In 1456 the Christian Hungarian troops defending Nándorfehérvár, led by János Hunyadi, inflicted a crushing defeat on the army of Turkish Sultan Mehmet II after a battle that ensued for more than two weeks, and thereby stopped the continued expansion of the Turks in Europe for some 70 years. The anniversary was celebrated in Budapest this year Sunday (July 22, 2012) when thousands of people present remembered the Hungarian heroes at the siege. There was a flotilla of boats and small warships that commemorated the battle by giving the heroes a salute at the Chain Bridge. It was a very colourful affair as many re-enactors were also present in medieval armour and clothing. Since 2011 on this date it has become a national memorial day in Hungary.
Annually (2012 was the 556th anniversary and took place on Sunday, July 22)
The celebration began at 10:00 am with the Naval salute at 10:30 am
The parade starts at the Hungarian Academy of Sciences and ends at the statue of János Hunyadi in the Buda Castle.
It was the fiftieth anniversary of the of 1956 uprising the year I visited Budapest. My visit also coincided with widespread political riots, based on the words of Prime Minister Ferenc Gyurcsany leaked admission that he lied in order to get re-elected. The coincidence of the riots and the anniversary were not lost on the protesters, who made every effort to link the two together, playing rousing nationalist songs, staging the protests by the grave of the Imre Nagy, the Prime Minister during the failed uprising, and having men in traditional dress standing around waving giant Hungarian flags with the middle cut out significantly, just like the protest flags of the revolutionaries 50 years earlier.
The 1956 revolution was a proud moment in Hungary's history, but a shameful one in the West's. The Hungarians were successful in overthrowing their undemocratic communist government, and chasing the Soviets out of the city. Lacking any support from the West, however, the Soviets came back with their tanks some weeks later. The revolution was crushed, its leaders were executed, and the Hungarians were forced to endure more than 30 years of communist dictatorship.
While nearly all public toilets (especially in tourist areas) are not free, you can try the following as you need not pay a penny (as at Sep 2013):
1. The MacDonald at "Astoria" Metro Station (Red Line, 2nd stop from Derek Station)
2. The Museum of Fine Arts (besides Heros Square), downstairs as you enter the main entrance (where the souvenir shop is located) [You don't have to buy the admission ticket before going downstairs]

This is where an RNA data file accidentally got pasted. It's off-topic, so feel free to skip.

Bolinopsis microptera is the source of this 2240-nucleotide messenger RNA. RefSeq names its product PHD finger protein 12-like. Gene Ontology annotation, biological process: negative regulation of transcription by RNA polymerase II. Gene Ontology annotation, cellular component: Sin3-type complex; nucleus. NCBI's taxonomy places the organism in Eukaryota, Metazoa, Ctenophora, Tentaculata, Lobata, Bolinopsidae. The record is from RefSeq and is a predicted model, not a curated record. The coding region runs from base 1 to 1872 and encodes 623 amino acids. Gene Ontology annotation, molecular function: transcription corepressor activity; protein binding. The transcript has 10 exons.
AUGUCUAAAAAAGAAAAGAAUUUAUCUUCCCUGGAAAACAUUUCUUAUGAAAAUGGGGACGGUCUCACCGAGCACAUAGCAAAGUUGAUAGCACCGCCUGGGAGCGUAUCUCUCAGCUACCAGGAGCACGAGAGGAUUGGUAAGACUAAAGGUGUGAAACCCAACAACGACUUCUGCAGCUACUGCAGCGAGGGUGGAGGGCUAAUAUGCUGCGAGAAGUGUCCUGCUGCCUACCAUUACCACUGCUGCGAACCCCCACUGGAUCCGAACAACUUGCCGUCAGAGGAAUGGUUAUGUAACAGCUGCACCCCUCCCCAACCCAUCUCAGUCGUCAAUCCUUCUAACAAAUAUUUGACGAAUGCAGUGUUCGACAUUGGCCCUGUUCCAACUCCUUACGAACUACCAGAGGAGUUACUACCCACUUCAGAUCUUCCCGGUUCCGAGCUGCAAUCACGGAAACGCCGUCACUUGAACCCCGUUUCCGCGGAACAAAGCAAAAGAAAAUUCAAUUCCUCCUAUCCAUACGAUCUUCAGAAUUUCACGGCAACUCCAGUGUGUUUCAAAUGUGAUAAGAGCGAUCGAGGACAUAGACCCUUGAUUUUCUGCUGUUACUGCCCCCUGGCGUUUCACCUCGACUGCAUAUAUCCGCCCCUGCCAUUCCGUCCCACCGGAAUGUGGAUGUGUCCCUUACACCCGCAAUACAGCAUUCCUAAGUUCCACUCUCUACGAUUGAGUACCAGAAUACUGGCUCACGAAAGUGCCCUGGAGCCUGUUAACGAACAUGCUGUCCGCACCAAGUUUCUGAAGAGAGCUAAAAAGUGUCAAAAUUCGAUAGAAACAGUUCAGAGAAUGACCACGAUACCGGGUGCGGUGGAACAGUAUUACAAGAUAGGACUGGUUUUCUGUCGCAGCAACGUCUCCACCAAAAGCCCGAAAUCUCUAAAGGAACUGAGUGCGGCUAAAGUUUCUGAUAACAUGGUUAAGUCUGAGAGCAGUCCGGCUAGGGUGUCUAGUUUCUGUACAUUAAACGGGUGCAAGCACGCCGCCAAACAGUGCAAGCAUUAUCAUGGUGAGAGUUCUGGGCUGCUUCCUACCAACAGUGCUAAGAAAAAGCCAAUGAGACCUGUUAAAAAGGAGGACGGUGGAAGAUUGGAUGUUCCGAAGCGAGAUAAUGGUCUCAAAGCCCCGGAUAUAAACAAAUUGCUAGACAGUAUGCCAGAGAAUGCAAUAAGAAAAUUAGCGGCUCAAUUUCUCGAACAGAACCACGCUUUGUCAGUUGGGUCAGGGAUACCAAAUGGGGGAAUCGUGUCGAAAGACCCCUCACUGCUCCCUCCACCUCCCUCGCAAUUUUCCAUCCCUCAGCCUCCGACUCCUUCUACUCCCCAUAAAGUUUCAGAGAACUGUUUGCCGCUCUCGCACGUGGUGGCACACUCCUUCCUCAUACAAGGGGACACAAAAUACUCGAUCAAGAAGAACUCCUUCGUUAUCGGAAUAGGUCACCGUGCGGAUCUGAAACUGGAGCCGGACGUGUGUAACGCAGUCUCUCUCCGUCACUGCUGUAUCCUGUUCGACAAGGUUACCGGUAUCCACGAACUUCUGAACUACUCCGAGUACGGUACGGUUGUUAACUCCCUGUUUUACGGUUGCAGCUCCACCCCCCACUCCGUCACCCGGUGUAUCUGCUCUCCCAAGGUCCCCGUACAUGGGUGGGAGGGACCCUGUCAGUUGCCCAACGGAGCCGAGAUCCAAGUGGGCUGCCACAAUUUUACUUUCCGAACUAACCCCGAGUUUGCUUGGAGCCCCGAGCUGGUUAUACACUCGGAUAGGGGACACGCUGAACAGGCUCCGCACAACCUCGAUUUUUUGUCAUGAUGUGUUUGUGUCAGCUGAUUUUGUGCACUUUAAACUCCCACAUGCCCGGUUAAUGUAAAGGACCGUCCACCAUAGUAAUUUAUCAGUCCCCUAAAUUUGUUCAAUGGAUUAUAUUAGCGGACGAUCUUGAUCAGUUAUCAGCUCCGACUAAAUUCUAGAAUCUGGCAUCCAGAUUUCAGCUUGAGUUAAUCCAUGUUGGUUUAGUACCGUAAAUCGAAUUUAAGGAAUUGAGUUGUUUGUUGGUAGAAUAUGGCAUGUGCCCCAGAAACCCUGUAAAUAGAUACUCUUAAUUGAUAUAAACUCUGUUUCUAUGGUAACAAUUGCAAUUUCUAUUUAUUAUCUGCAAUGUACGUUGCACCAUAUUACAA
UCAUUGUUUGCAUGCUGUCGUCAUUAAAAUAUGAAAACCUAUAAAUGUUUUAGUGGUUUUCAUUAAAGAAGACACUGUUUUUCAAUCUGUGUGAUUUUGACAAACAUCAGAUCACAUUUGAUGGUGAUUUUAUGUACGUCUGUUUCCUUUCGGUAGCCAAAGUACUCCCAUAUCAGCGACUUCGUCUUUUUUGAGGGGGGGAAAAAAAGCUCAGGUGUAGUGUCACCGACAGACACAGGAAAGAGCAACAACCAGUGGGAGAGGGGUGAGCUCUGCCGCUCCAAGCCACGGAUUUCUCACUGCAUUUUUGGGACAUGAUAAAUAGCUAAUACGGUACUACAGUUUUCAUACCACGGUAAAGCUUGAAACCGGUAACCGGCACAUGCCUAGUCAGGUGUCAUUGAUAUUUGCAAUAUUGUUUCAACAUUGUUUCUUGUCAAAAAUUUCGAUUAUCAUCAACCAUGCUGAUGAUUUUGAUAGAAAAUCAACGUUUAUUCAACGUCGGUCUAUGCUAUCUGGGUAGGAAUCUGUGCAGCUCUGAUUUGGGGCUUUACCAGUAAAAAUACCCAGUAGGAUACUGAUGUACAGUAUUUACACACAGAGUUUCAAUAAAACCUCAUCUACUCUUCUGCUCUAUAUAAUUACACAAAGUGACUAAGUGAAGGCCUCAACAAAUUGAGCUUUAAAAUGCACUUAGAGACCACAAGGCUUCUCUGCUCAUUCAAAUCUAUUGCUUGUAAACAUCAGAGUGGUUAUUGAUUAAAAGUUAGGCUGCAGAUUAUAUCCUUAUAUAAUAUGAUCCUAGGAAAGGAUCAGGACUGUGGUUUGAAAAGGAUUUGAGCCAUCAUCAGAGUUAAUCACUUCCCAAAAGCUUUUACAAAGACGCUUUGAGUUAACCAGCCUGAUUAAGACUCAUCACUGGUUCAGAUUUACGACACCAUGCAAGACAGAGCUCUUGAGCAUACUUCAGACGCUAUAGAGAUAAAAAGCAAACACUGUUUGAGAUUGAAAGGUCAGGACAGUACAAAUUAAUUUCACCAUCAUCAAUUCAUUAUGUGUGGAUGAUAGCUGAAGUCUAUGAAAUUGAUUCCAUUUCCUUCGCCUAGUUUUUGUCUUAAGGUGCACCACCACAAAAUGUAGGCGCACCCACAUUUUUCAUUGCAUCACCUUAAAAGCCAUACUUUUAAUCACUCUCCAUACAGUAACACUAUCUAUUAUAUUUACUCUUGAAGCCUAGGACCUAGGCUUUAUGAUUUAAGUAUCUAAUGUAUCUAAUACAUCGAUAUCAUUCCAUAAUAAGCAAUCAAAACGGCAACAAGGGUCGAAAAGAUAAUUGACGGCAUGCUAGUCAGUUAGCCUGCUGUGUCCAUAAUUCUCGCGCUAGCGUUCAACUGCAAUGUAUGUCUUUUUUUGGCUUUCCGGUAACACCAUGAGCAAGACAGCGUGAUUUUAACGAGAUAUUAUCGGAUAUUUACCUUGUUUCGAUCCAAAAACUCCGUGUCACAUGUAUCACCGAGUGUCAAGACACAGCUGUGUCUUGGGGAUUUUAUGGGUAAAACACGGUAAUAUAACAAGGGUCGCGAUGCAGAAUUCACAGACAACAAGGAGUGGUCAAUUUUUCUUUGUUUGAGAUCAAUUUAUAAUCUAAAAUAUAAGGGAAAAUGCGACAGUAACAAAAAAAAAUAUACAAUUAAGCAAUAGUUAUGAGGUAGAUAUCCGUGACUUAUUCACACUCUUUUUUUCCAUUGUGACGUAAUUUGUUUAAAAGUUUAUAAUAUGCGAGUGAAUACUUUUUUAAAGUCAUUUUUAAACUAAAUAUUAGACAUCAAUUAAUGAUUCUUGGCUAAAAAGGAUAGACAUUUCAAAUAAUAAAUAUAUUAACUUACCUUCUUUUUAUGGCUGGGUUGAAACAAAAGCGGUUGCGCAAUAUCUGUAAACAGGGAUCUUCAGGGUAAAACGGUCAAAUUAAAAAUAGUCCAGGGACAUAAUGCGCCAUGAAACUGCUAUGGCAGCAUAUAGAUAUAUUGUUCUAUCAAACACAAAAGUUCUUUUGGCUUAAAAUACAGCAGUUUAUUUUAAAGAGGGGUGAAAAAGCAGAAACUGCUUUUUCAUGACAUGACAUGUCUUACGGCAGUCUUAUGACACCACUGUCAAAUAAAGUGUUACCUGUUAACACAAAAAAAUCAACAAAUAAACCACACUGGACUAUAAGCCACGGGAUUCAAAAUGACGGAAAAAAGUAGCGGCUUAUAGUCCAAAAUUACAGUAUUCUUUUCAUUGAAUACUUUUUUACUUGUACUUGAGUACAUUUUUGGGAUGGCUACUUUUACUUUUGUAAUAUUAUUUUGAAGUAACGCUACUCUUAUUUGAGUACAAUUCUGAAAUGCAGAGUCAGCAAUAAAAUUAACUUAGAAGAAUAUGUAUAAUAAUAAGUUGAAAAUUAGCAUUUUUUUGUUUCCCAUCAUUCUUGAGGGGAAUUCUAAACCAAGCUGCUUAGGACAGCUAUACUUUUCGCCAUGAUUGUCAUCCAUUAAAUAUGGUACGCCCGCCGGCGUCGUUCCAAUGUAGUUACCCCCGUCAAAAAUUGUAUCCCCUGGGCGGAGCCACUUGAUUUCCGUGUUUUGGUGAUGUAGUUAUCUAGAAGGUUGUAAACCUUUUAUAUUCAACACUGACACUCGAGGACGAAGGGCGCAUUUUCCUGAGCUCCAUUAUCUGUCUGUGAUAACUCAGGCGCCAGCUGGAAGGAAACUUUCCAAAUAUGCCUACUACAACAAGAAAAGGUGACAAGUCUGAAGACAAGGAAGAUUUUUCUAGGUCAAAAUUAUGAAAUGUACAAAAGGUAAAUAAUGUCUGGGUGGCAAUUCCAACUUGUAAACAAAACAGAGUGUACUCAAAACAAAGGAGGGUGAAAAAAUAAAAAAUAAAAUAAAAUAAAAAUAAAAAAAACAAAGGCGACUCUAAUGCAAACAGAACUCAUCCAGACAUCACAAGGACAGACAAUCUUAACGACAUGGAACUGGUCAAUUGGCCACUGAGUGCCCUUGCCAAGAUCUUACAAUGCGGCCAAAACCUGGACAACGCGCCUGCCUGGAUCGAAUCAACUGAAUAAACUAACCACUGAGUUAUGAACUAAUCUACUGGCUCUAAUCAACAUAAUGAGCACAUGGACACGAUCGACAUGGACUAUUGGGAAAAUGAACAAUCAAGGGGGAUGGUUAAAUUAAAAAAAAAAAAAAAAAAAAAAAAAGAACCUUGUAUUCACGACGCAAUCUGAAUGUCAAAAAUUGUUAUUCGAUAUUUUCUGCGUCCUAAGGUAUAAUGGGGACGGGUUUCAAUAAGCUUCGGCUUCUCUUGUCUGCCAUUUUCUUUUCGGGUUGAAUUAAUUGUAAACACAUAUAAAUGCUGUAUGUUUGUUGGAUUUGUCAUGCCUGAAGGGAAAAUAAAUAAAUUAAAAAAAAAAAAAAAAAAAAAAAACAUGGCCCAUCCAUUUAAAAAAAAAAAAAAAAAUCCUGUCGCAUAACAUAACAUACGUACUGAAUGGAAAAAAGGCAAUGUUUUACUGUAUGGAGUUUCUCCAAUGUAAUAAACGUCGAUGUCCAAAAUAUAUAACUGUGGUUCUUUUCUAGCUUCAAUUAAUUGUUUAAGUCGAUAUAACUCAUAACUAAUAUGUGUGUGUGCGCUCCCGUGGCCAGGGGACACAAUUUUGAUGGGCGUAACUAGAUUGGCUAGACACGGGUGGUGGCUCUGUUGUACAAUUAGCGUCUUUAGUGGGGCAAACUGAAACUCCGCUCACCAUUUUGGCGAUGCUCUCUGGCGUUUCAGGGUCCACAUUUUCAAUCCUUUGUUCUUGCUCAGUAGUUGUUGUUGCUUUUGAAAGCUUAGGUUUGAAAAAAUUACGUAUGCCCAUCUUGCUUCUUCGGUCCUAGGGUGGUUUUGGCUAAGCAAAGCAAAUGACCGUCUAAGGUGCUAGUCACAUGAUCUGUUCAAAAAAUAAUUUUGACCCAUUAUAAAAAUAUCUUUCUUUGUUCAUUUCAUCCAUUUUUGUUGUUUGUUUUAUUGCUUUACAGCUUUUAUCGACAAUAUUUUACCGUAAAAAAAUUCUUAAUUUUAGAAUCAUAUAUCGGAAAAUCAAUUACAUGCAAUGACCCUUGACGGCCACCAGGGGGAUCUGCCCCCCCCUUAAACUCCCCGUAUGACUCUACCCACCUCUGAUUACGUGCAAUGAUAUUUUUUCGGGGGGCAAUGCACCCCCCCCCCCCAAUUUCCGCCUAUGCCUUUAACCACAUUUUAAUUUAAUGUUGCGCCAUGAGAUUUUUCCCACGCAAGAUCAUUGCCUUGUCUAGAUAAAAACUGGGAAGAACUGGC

3. The MacDonald at the Derek Square (a long queue always)
The toilets of the above are mostly acceptable and clean. :)
The best beer in town is sold in a rundown shop way off the beaten track. It is produced by Imre Lehmann and sold only (in plastic bottles!) in his unassuming shop (where they also sell their bakery), located at Aranyhegy út 10 in the district of Óbuda. It is best to be reached by car (or taxi).
The family that runs this business came back from Transylvania and does a great job. However, it seems that it needs some support.
If you awake on your first morning in Budapest and are craving your usual breakfast of ham and eggs with potatoes (or something similar) be aware that Hungarians do not eat such a breakfast. You will normally find just a roll and some cheese unless your hotel has something different.
Necessity being the mother of invention, I wondered out into the slightly chilly October morning (since my hostel didn't offer breakfast at the time). For the truly committed you might find a McDonalds without too much difficulty. Many of the cafe's really aren't open for early breakfast (tend to open at 10 am).
But don't despair. Just stop into any of the little bakeries. They aren't hard to find, there are plenty all over the place. Let me tell you, the bread they have there is excellent!! The locals will stop in and get a roll and some yogurt or something before heading off.
The cold fruit soup in summer is the most refreshing and surprisingly tasty dish I have ever tasted. It is made of fruits, cherries, berries or strawberries. I warmly recommend it in summer as it is sweet and tasty!
On top of sampling local dishes, I always try to sample local drinks when I travel to a new country :o) There was no shortage of choice in that field in Budapest: On top of its surprisingly wide selection of local beer, wine and sparkiling wine, Hungary is famous for palinka, which was a little strong for my taste, Unicum, a herbal liquor that tastes a bit like Jägermeister, and tokaji, a really nice dessert wine, which turned out to be my favourite of them all. Cheers - or as they say in Hungary, Fenékig!
Here's a sign I'd never seen before! I'm assuming it indicates when a street isn't for pedestrians, but we did laugh when we first spotted it. Our first guesses were "no children or elderly citizens allowed" or "do not hold yout kid's hand when you cross the street". What's would be your guess?
Since Hungarian is almost exclusively spoken in Hungary, no one expects visitors to speak it. English serves as the common language, and is is widely spoken by Hungarians, perhaps more so than in any other European country. Practically all the signs throughout the city are translated into English, as are restaurant menus. Never did we find ourselves in a spot where not speaking Hungarian was a problem, nor were the locals any less friendly because we only spoke English. It's yet another thing that makes Budapest suh a visitor-friendly city!